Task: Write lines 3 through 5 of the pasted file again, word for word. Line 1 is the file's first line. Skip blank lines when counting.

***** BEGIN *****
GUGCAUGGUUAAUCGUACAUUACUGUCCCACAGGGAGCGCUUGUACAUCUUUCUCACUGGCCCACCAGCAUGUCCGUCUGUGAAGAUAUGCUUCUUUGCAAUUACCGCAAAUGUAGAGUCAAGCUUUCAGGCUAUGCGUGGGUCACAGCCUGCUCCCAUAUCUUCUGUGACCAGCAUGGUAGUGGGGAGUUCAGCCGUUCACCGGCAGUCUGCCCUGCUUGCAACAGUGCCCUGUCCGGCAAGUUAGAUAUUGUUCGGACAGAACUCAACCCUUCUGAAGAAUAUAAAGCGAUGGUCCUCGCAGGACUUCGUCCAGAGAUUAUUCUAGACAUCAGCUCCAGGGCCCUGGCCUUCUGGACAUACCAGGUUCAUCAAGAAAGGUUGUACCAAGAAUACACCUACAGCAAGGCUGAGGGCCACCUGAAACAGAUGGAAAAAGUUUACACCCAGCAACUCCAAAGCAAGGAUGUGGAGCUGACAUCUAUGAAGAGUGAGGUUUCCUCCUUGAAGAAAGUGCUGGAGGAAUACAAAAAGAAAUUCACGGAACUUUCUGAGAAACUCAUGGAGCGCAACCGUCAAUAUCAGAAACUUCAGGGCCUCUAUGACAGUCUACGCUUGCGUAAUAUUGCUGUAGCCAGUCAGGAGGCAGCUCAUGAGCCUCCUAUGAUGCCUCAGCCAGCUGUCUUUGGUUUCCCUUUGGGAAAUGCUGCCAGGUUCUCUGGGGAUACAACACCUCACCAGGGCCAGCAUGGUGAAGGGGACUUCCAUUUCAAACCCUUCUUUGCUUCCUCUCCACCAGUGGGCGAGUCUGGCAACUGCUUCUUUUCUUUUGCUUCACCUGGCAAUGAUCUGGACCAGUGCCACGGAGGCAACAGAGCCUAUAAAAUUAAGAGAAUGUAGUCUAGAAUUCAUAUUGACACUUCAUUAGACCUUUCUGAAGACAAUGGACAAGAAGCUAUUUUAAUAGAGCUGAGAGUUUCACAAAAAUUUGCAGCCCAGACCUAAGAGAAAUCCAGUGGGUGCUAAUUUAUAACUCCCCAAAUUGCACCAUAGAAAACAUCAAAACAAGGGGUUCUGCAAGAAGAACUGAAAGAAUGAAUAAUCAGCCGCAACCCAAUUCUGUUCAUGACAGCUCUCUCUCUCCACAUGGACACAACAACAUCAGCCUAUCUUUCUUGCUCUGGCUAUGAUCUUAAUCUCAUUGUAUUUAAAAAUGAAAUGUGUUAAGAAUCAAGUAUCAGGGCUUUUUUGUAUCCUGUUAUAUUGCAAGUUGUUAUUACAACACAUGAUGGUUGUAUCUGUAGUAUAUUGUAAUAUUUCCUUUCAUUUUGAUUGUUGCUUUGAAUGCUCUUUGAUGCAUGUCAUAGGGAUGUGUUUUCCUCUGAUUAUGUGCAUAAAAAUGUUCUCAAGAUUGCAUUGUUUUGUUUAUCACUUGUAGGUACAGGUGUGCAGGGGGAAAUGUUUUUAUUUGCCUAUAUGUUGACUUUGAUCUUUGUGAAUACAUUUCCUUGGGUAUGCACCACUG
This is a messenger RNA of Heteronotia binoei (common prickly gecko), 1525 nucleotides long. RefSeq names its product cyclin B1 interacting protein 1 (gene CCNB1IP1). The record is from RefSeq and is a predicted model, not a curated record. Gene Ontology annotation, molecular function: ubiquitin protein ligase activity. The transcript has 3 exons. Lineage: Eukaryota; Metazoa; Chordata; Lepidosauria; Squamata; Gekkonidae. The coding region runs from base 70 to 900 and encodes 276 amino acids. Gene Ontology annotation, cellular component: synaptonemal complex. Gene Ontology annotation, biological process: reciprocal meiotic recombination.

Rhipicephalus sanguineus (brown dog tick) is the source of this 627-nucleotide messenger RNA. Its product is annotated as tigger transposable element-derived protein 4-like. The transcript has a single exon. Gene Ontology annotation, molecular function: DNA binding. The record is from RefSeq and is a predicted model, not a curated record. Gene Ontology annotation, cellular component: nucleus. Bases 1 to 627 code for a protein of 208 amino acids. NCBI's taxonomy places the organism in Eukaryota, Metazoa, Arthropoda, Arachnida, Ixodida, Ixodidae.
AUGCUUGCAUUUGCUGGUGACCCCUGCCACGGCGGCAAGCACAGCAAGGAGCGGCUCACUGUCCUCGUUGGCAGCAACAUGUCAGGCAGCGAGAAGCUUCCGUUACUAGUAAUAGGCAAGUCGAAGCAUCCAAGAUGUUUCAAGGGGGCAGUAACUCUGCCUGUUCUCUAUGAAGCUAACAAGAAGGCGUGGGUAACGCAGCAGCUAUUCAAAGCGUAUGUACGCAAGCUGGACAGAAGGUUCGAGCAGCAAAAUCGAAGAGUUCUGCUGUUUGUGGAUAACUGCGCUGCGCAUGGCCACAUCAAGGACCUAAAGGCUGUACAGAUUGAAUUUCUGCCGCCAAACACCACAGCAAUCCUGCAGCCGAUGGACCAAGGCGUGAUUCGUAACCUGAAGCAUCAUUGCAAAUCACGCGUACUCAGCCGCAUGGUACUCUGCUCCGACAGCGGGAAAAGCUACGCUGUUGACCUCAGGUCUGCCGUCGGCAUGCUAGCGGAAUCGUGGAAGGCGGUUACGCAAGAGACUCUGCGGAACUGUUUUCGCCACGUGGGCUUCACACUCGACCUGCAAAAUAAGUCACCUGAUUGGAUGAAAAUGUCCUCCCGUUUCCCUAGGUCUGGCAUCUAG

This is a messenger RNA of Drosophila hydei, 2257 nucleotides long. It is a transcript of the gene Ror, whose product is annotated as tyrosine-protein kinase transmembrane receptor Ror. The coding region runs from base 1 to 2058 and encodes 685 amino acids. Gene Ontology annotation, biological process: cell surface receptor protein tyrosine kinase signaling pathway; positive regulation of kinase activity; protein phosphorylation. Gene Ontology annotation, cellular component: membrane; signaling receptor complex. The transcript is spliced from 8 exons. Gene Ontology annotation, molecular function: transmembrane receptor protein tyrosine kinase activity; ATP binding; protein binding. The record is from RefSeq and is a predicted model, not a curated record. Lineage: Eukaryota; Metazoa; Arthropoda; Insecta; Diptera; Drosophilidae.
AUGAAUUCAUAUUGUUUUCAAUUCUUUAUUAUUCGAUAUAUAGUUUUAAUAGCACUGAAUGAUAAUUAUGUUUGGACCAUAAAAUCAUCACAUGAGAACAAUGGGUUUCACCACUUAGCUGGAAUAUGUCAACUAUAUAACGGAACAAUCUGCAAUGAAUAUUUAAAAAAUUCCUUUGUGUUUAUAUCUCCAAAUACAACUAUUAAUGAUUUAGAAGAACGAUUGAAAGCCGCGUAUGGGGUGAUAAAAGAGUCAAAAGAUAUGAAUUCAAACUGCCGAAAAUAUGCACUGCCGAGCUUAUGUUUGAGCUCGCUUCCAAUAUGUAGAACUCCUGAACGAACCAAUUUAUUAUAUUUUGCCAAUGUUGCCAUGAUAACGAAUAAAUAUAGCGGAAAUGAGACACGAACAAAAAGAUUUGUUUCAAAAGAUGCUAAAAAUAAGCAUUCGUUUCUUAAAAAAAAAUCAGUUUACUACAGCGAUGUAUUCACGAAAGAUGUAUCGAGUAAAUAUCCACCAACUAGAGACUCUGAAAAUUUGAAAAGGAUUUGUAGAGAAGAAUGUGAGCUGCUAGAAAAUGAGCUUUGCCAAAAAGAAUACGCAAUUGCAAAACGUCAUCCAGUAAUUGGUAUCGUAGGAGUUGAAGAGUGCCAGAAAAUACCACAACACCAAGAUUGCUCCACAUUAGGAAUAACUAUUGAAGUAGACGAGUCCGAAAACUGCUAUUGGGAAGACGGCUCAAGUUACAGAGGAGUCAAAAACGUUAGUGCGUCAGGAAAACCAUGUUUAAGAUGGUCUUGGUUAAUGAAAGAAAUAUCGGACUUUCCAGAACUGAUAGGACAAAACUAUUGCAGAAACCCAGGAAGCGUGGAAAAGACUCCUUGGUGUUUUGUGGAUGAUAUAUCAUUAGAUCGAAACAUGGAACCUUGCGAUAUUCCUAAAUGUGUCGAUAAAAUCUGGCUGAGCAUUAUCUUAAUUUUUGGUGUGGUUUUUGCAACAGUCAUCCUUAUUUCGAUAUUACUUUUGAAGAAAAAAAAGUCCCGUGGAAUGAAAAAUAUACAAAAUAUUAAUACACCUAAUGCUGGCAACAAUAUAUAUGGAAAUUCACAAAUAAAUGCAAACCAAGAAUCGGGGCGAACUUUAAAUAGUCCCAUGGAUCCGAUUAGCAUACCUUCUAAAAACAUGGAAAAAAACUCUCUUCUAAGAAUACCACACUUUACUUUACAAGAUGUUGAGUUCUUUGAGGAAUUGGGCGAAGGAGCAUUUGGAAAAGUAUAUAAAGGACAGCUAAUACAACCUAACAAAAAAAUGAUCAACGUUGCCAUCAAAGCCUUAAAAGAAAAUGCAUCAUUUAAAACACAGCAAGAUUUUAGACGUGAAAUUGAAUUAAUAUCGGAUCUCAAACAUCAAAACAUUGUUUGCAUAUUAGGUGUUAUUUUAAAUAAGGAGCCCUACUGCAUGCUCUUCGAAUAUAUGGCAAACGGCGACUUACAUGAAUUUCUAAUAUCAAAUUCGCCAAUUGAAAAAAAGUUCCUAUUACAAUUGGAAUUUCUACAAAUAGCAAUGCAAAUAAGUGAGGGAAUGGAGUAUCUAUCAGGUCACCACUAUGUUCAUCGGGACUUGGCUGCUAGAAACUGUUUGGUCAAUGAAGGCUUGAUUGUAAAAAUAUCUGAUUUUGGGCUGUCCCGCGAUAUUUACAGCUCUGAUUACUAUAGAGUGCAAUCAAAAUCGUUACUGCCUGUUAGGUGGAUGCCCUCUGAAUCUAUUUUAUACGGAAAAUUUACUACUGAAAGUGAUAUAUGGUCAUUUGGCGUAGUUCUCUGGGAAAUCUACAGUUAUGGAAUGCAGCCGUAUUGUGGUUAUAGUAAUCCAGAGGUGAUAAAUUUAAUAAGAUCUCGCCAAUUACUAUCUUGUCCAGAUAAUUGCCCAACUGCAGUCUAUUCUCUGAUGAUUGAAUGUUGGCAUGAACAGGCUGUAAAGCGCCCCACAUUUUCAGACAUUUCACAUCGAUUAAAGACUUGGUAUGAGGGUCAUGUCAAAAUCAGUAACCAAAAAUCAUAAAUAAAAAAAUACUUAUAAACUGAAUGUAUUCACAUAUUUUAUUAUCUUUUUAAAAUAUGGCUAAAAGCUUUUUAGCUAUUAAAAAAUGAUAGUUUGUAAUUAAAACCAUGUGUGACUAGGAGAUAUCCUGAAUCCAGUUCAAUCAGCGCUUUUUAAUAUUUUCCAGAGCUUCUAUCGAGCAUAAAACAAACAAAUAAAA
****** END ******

Rhipicephalus sanguineus (brown dog tick) is the source of this 627-nucleotide messenger RNA. Its product is annotated as tigger transposable element-derived protein 4-like. The transcript has a single exon. Gene Ontology annotation, molecular function: DNA binding. The record is from RefSeq and is a predicted model, not a curated record. Gene Ontology annotation, cellular component: nucleus. Bases 1 to 627 code for a protein of 208 amino acids. NCBI's taxonomy places the organism in Eukaryota, Metazoa, Arthropoda, Arachnida, Ixodida, Ixodidae.
AUGCUUGCAUUUGCUGGUGACCCCUGCCACGGCGGCAAGCACAGCAAGGAGCGGCUCACUGUCCUCGUUGGCAGCAACAUGUCAGGCAGCGAGAAGCUUCCGUUACUAGUAAUAGGCAAGUCGAAGCAUCCAAGAUGUUUCAAGGGGGCAGUAACUCUGCCUGUUCUCUAUGAAGCUAACAAGAAGGCGUGGGUAACGCAGCAGCUAUUCAAAGCGUAUGUACGCAAGCUGGACAGAAGGUUCGAGCAGCAAAAUCGAAGAGUUCUGCUGUUUGUGGAUAACUGCGCUGCGCAUGGCCACAUCAAGGACCUAAAGGCUGUACAGAUUGAAUUUCUGCCGCCAAACACCACAGCAAUCCUGCAGCCGAUGGACCAAGGCGUGAUUCGUAACCUGAAGCAUCAUUGCAAAUCACGCGUACUCAGCCGCAUGGUACUCUGCUCCGACAGCGGGAAAAGCUACGCUGUUGACCUCAGGUCUGCCGUCGGCAUGCUAGCGGAAUCGUGGAAGGCGGUUACGCAAGAGACUCUGCGGAACUGUUUUCGCCACGUGGGCUUCACACUCGACCUGCAAAAUAAGUCACCUGAUUGGAUGAAAAUGUCCUCCCGUUUCCCUAGGUCUGGCAUCUAG

This is a messenger RNA of Drosophila hydei, 2257 nucleotides long. It is a transcript of the gene Ror, whose product is annotated as tyrosine-protein kinase transmembrane receptor Ror. The coding region runs from base 1 to 2058 and encodes 685 amino acids. Gene Ontology annotation, biological process: cell surface receptor protein tyrosine kinase signaling pathway; positive regulation of kinase activity; protein phosphorylation. Gene Ontology annotation, cellular component: membrane; signaling receptor complex. The transcript is spliced from 8 exons. Gene Ontology annotation, molecular function: transmembrane receptor protein tyrosine kinase activity; ATP binding; protein binding. The record is from RefSeq and is a predicted model, not a curated record. Lineage: Eukaryota; Metazoa; Arthropoda; Insecta; Diptera; Drosophilidae.